It’s been almost six months since Amazon announced that CreateSpace, its print on demand service, would be merged into Kindle Direct Publishing. There’s an important lesson for independent authors in the death of CreateSpace.
Most of the discussion of the merger has been focused on the less than seamless transition. Bumps in the road for authors have included delayed royalty payments, problems using the KDP website, subtitles accepted on CreateSpace rejected by KDP, a requirement to list on Amazon to get extended distribution, KDP copies that don’t look like those printed on CreateSpace, and the replacement of CreateSpace’s telephone customer service with an online ticket system with KDP. But there’s a more important take-away for authors from the merger.
Publishing a book does not lend itself to mass production.
That was a problem for what Amazon envisioned when it bought Book Surge and renamed it CreateSpace.
Amazon had already dramatically changed the way books were sold. New technology had transformed the publishing landscape, and a rapidly growing number of authors were using it to self-publish. By offering print-on-demand services through CreateSpace Amazon planned to tap a new revenue stream and provide a new load of titles for its digital bookshelves. However, not all authors who wanted to use CreateSpace had fully edited or designed manuscripts. The result was some embarrassingly bad books. As authors learned the importance of professional editing and book design to their book’s bottom line (see our post How to Earn 1/3 More on Your Self-Published Book), they sought help. CreateSpace offered authors editing and design. It was a one-stop shopping center.
The system worked fine for some authors. CreateSpace outsourced both author services like editing and design along with its customer service and technical support to meet the flood of authors who flocked to the service, but the results were uneven. A growing number of online posts expressed dissatisfaction with the quality of both author and technical services. Many of the complaints focused on the inability of the authors to get in touch with a person who could or would help them. They wanted one-on-one contact with a real person. Its absence shouldn’t have been surprising with a business designed to publish books in huge volume with what was essentially a production line process that was impersonal by its very nature.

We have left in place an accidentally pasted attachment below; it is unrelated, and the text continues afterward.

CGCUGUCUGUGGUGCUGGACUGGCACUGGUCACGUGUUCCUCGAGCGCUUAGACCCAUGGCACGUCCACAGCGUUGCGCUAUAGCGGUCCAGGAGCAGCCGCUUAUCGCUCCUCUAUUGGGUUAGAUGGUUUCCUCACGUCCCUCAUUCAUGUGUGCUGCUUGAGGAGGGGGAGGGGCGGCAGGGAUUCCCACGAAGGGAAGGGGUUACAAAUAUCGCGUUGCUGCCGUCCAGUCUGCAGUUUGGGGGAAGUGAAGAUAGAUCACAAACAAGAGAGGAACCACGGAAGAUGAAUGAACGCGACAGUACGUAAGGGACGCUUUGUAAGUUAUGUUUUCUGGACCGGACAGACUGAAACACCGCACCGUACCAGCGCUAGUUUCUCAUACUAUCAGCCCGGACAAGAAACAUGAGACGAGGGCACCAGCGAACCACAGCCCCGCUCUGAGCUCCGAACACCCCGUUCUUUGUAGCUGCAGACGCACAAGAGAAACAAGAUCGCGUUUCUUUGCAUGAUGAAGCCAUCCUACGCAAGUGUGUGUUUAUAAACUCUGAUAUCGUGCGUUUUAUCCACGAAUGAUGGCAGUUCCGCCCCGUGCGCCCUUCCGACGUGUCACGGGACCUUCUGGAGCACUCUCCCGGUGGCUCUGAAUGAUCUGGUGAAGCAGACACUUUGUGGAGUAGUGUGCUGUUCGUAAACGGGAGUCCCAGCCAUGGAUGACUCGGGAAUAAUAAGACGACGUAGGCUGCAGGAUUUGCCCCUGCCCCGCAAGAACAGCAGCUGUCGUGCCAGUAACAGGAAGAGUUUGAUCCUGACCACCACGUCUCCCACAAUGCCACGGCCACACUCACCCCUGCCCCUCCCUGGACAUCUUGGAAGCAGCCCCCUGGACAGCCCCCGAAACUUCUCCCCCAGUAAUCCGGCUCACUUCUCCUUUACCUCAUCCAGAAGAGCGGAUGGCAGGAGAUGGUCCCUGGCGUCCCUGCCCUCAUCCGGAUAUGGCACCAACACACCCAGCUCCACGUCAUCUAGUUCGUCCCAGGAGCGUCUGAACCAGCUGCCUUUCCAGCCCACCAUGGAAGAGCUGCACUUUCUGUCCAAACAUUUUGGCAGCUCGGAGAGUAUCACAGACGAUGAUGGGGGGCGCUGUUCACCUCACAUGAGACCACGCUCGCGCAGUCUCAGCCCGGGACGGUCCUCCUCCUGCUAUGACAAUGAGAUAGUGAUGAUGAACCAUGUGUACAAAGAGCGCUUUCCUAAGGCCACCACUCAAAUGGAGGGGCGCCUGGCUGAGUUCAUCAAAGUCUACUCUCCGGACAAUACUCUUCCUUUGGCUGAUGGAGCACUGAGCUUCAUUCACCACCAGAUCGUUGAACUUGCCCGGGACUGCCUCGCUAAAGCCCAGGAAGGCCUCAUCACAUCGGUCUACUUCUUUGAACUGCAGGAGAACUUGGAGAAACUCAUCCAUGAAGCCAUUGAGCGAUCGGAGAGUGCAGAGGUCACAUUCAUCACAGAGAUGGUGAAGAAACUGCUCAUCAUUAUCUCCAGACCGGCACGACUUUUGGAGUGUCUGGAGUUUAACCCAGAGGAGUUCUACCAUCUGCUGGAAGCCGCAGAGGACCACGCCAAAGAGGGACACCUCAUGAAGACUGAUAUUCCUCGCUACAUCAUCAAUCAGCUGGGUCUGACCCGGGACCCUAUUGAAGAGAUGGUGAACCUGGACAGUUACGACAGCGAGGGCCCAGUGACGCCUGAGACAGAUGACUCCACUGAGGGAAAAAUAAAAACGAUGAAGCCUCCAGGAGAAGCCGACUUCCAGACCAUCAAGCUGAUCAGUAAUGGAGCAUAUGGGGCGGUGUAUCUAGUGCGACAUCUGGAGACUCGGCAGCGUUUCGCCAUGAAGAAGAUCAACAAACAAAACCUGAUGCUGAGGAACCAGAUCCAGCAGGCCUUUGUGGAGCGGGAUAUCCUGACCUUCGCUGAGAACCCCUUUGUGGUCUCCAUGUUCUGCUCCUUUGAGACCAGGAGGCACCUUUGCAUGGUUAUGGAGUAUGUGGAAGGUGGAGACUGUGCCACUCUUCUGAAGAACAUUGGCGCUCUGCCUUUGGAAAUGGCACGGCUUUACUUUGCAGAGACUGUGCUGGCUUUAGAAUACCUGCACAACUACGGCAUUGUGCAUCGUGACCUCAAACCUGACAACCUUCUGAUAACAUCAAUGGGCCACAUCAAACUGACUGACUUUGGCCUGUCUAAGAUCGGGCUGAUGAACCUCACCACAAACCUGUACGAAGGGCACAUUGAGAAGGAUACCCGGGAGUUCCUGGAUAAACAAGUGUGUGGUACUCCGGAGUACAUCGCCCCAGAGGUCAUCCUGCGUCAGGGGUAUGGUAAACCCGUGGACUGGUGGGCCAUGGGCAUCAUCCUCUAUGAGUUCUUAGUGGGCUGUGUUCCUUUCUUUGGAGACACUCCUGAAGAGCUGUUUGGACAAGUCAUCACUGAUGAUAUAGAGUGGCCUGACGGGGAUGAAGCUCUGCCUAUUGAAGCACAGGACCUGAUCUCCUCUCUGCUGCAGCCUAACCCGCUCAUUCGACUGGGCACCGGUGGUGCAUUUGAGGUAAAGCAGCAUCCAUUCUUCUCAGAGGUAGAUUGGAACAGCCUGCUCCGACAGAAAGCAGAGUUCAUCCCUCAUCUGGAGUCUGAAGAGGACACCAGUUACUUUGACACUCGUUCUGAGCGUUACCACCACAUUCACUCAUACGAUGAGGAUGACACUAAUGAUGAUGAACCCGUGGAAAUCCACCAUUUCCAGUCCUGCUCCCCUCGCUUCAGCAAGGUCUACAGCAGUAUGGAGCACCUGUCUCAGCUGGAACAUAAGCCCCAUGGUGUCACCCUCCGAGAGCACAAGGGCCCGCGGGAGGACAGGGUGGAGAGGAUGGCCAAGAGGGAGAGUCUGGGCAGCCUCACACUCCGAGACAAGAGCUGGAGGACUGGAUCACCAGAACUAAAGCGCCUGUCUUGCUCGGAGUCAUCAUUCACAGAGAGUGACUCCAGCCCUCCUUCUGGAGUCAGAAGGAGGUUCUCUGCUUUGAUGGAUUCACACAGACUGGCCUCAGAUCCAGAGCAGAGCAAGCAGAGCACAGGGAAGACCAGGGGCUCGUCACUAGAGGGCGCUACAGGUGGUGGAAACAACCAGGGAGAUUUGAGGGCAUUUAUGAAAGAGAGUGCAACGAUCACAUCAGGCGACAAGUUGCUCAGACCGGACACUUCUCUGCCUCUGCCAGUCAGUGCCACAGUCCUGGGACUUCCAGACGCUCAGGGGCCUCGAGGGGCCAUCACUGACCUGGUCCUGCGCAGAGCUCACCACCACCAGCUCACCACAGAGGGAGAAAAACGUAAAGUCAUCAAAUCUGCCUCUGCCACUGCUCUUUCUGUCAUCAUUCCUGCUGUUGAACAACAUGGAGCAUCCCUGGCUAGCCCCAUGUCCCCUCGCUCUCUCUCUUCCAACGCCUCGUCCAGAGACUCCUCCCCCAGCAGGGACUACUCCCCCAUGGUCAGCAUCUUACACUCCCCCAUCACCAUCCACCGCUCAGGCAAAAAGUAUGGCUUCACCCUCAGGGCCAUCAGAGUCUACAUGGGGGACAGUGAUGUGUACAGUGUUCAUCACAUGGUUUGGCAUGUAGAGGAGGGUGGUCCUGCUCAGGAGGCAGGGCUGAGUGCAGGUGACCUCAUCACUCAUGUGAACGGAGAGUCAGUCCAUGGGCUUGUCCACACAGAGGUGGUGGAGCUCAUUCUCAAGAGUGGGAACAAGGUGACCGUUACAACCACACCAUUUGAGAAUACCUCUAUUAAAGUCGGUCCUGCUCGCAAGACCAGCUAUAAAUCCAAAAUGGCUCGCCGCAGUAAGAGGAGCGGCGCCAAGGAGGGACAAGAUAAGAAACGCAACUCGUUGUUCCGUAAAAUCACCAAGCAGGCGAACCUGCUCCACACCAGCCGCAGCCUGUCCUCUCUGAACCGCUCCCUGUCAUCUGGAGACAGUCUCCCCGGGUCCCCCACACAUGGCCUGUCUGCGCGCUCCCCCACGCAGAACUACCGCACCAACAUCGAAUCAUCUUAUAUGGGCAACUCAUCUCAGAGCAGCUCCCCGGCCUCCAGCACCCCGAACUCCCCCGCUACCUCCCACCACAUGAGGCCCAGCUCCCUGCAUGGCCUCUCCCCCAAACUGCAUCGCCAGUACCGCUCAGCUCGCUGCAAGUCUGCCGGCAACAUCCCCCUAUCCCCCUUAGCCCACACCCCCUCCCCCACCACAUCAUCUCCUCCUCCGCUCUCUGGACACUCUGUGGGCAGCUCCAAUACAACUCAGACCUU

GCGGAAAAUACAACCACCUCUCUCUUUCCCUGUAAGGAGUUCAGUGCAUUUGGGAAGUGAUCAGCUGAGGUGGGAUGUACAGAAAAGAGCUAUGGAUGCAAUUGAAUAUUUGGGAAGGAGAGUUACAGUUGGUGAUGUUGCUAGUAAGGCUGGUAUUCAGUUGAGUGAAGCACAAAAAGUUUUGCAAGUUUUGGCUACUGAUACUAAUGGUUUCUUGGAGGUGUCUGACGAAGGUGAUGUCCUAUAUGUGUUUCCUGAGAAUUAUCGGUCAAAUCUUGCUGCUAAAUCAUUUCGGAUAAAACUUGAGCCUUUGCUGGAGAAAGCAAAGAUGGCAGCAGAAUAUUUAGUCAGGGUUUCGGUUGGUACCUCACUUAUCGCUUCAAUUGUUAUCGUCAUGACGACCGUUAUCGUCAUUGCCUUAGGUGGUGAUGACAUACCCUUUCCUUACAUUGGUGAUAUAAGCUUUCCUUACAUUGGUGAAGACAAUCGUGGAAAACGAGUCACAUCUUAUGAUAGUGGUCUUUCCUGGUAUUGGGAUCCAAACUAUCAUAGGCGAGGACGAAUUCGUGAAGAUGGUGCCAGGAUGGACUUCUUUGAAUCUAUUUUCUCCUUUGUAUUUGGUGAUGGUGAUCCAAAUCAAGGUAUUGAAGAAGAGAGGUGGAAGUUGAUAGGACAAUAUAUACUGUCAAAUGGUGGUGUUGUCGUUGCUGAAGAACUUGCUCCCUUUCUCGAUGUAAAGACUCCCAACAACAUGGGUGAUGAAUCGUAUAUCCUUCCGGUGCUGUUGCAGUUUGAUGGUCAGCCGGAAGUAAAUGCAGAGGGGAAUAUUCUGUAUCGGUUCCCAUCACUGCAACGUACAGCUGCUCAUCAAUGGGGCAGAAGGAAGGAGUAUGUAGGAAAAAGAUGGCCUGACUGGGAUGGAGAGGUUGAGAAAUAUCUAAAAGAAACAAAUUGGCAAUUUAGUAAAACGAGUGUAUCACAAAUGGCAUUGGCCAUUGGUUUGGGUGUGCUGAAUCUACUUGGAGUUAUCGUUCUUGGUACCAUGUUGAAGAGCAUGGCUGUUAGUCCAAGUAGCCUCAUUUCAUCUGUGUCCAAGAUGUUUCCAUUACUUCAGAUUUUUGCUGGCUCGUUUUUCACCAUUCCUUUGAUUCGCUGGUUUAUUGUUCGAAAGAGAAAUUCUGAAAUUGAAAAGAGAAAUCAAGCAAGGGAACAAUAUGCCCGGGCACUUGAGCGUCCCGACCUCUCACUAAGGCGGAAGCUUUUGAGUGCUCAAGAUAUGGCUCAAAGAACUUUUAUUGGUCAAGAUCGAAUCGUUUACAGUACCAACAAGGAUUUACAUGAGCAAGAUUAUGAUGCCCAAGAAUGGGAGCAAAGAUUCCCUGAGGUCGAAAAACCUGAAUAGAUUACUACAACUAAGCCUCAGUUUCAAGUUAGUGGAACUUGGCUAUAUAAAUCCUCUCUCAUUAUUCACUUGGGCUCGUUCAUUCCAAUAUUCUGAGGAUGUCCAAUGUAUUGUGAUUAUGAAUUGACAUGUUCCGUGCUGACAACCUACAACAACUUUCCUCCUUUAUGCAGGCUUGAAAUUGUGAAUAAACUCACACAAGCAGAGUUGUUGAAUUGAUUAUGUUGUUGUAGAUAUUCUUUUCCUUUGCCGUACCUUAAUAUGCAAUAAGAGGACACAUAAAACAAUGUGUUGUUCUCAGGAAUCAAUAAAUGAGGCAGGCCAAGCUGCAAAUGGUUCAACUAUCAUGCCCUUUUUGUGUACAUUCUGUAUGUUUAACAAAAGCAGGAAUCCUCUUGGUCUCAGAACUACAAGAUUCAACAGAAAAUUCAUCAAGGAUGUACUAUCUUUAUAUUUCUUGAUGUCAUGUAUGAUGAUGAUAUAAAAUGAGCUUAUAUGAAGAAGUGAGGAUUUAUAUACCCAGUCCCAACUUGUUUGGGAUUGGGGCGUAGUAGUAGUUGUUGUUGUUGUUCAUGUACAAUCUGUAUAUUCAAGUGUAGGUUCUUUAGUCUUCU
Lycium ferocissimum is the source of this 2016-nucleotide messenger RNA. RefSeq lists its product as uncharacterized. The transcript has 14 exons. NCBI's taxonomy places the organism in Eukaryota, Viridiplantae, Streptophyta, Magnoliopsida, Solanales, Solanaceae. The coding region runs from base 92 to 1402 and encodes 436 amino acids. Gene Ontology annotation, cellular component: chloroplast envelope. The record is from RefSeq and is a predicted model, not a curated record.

Amazon tacitly acknowledged that the system wasn’t working when it discontinued CreateSpace’s editing and design services in April, 2018. Then, in August, 2018, Amazon shuttered CreateSpace merging its services into KDP.
Production lines are a very efficient way to turn out a high volume of products that are all exactly the same. Every book is unique. That is a problem. The author is not just another customer purchasing a one-size-fits-all service, he or she is a creative participant in the process of publishing a book. Editing a book is a collaborative endeavor which requires dialogue between the author and editor. Authors often have a vision of their book’s cover and the appearance of its layout. A professional book designer brings both experience and technical skill to the design. Working together to help create a book that reflects the author’s sensibilities and at the same time is a state of the art design requires an on-going back-and-forth conversation between author and designer. Authors have differing levels of technical skills. Some require a good deal of tech support in using software tools used in creating a book.
Providing the kind of personalization required to give each author the things he or she needs to publish the best possible book is not an easy task for a behemoth like Amazon. At Stories To Tell we operate on a more human scale. (see How We’re Different on our website) Creating a book with us is a collaborative process involving ongoing dialogue which helps us develop a personal relationship with our authors. We strongly believe that is the way independent self-publishing should work.